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life | SMART It's all about the cash flow Fred Petrie

My SMART Money column in the December SMART Biz set out the first key to financial success: you need to take RESPONSIBILITY; only you can define your goals. Te confidence to make your own decisions needs comes with understanding some fundamentals, to avoid being taken to the cleaners by a smooth- talking salesmen and by the plethora of fees hidden in financial products. With the New Year, we talk about the second key to financial independence: CASH FLOW.


he three secrets of business success were location, location and location. It might help a retail store or restau-

rant to be in a high traffic location, but the real secrets of success in business or in the financial management of your life is cash flow, cash flow, and cash flow. Te caveat is that net cash flow must be positive. Charles Dickens, my favourite economist, nailed the essence of financial planning: "Annual income twenty pounds, annual

expenditure nineteen pounds and six, result happiness. Annual income twenty pounds, annual expenditure twenty pounds and six, result misery." Reaching financial independence is about

making money, without spending more than you bring in. Begin by making an income. So what do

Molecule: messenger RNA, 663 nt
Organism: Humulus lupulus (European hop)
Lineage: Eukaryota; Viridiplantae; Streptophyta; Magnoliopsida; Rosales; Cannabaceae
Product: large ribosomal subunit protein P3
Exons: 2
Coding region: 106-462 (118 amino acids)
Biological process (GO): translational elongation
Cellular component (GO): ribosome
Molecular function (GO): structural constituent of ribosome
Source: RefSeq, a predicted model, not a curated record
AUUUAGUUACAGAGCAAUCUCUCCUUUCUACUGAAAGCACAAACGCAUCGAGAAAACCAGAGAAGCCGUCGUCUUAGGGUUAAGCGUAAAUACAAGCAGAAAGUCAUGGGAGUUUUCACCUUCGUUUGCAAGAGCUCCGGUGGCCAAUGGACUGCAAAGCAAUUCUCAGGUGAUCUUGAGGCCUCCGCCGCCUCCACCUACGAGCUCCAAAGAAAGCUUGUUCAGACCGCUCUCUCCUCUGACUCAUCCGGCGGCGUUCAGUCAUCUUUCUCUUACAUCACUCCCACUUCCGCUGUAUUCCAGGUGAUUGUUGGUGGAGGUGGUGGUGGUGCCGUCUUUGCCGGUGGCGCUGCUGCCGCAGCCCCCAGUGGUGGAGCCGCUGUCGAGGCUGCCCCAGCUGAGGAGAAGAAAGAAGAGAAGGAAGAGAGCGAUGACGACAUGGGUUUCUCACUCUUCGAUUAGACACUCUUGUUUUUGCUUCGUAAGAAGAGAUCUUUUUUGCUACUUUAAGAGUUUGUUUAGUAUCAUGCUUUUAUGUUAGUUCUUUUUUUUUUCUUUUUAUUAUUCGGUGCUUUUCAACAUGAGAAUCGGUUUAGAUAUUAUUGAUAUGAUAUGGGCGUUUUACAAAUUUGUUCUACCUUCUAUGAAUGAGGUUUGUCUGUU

you want to be when you grow up? Parents and grandparents asked this question: cow- boy, fireman, nurse, teacher? By your teens the choices might have become more sophis- ticated: Doctor, scientist, astronaut, lawyer, financial planner? Your mother might want you to be a doctor but you want to be a rock musician. Make your own choice but keep it real. Te odds of a (financially successful) rock musical career may be slim, so best get a trade as well – maybe medicine? You can still get weekend gigs to develop your musical calling as well, so long as you have

Crossword ACROSS

1. Prima donna 5. Skier's aid

9. Expressed disappointment 14. Pindar poems 15. Doozy

16. Stallone film with numerous sequels

17. Holds back

19. "It's ____ country" 20. Tivoli's Villa ___ 21. Yoga position

23. Middle-earth monster 25. Not from the outside 30. Not competently 33. Pt. of GPA (abbr.) 35. Tones between fa and la 36. Attend to loose laces 37. ____ cava 39. Parlor

42. Change the décor of 43. Mandy's "The Princess Bride" role

45. Jedi ally

47. Game official 48. Vacant building sign 52. Pine stickers 53. Patriotic Uncle 54. FBI operative 57. Dyes

61. Eng. lesson 65. Ottoman

67. "Sands ___ Jima" 68. Trendy sheepskin footwear 69. Fashion designer Marc 70. Before and _____ 71. Shoelace circle 72. Distort, in a way

DOWN 1. Stewart in Harvey, Elwood P. ____

2. "If ___ before..." 3. Old pros